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Bad timing, baby

Ed poses with his son, Graham, in the Brandcenter basement

Ed Keithly (Strategy, 2024)

I couldn’t have picked a worse time to go to the Brandcenter.

Prior to starting my sixty weeks, I worked in nonprofit leadership recruitment for a decade. I made good money. I knew what I was doing. I was comfortable.

In spring 2021, when I returned to the office from Covid-induced remote work, I felt like I had stolen a stranger’s chair. After what should have been an encouraging conversation with my boss, I realized I was more afraid of being promoted than being fired. It was time to go.

I took inventory of the parts of my job I still loved—creativity, variety, making things that make people laugh, cry, or change their minds—and I looked for places where I could do more of that. Creative strategy at the Brandcenter emerged as the clear answer.

Great. I’d figured it out. Then came my fear-based excuses:

I’m too old. I can’t afford this. Maybe the money I’m making is worth being unhappy forever. Are golden handcuffs even really handcuffs? They are gold, after all. It’s not a good time.

Half a year of therapy taught me that whether I’m asking someone to treat me better, enrolling in the best graduate program on Earth, or having a kid, there will never be a “good time” to do what matters to me.

Did I mention that my wife and I were expecting our first child?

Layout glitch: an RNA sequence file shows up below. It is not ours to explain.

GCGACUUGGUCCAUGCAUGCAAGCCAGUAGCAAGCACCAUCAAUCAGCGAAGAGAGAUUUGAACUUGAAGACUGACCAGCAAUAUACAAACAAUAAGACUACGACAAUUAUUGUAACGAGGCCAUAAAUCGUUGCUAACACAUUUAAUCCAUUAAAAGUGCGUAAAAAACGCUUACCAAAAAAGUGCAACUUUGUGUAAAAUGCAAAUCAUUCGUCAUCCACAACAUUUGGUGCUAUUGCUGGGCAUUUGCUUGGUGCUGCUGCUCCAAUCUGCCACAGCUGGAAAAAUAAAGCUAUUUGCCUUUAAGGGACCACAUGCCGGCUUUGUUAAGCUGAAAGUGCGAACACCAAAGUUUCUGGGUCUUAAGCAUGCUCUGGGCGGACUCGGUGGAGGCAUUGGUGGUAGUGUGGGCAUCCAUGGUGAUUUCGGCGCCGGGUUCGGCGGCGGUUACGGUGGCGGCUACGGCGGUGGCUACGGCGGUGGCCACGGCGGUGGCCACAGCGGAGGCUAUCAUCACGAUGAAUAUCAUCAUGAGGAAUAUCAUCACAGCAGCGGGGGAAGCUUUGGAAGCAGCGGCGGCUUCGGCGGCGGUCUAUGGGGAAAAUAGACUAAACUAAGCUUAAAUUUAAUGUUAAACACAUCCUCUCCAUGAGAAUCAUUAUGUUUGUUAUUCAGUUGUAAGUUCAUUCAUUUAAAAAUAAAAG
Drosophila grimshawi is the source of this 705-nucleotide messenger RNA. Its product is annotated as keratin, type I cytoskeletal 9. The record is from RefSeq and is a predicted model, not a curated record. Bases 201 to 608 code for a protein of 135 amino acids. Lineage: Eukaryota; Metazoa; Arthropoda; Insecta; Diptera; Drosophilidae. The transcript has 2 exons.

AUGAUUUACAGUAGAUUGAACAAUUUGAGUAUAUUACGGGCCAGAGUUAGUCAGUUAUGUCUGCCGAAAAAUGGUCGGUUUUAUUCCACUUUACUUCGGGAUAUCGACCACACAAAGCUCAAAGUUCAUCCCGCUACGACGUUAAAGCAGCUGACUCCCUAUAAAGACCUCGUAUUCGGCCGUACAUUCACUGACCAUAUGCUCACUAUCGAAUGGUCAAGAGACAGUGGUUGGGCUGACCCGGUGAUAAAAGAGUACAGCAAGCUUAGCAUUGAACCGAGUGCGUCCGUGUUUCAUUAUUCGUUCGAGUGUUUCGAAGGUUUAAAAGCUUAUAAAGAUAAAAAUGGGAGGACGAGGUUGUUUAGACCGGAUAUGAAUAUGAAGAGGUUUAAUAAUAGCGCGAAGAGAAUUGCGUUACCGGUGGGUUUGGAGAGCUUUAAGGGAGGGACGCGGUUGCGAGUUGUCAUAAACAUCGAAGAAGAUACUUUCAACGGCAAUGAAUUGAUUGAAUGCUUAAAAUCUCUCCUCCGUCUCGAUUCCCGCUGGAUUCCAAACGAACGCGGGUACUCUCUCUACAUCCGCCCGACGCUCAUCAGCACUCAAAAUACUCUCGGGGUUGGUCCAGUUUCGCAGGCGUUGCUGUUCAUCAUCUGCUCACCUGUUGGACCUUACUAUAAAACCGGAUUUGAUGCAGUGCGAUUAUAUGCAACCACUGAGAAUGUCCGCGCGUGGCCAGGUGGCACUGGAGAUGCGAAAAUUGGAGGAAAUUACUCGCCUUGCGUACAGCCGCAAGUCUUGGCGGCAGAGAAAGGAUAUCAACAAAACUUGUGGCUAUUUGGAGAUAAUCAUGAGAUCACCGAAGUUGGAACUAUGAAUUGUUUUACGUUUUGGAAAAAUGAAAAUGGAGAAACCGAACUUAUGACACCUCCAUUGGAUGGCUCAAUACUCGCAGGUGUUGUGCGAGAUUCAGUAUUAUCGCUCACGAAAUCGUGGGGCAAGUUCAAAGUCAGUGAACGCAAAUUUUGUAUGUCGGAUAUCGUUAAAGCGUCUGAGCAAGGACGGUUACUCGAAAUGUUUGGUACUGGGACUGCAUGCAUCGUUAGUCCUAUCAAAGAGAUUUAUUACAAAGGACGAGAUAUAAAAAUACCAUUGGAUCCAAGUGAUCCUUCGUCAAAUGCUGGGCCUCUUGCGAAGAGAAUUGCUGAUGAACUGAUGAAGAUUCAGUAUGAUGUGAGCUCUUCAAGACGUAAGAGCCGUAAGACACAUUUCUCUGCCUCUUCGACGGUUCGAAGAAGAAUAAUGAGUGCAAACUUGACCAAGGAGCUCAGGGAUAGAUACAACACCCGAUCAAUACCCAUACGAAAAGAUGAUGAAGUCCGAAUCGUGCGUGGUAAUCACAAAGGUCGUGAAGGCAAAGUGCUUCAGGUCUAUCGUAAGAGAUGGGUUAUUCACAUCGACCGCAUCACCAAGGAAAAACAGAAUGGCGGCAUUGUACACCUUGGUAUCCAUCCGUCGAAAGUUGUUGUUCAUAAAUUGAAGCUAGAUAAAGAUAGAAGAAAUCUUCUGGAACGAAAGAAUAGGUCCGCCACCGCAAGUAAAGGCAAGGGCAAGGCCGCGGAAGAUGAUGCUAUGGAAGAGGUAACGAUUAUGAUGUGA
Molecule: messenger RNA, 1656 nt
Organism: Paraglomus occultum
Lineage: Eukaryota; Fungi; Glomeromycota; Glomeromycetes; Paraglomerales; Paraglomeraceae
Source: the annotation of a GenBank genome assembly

My wife gave birth to Graham, the most perfect baby to ever live, on January 26, 2023—two weeks into my second semester at the Brandcenter.

Like I said, bad timing.

I’m tired all the time. Sometimes I’m late to meetings because Graham spits up on me as I’m kissing him goodbye.

But I was tired before Brandcenter and Graham, too.

There’s a difference between the kind of tired I feel from spending my days in the wrong chair versus spending them exactly where I’m supposed to be. It’s as big as the difference between spending hours pushing against a locked door and finishing a marathon.

I used to have a lot of big talk about what this program was equipping me to do next, but I’m not worrying about that right now. Because the main thing the Brandcenter equipped me with is courage. Courage to know I can do hard things at the wrong time. Courage to know I can hold the attention of 40 people while talking about lightbulbs (literally).

Courage to know I can dig past the boring, easy sell to find the electrifying truth. Courage to know that I’ll be able to figure out what’s next when it’s time … because we’ve come this far, baby.

There’s never been a worse time to be at Brandcenter, and there will never be a better one. Either way, I’ve never been happier.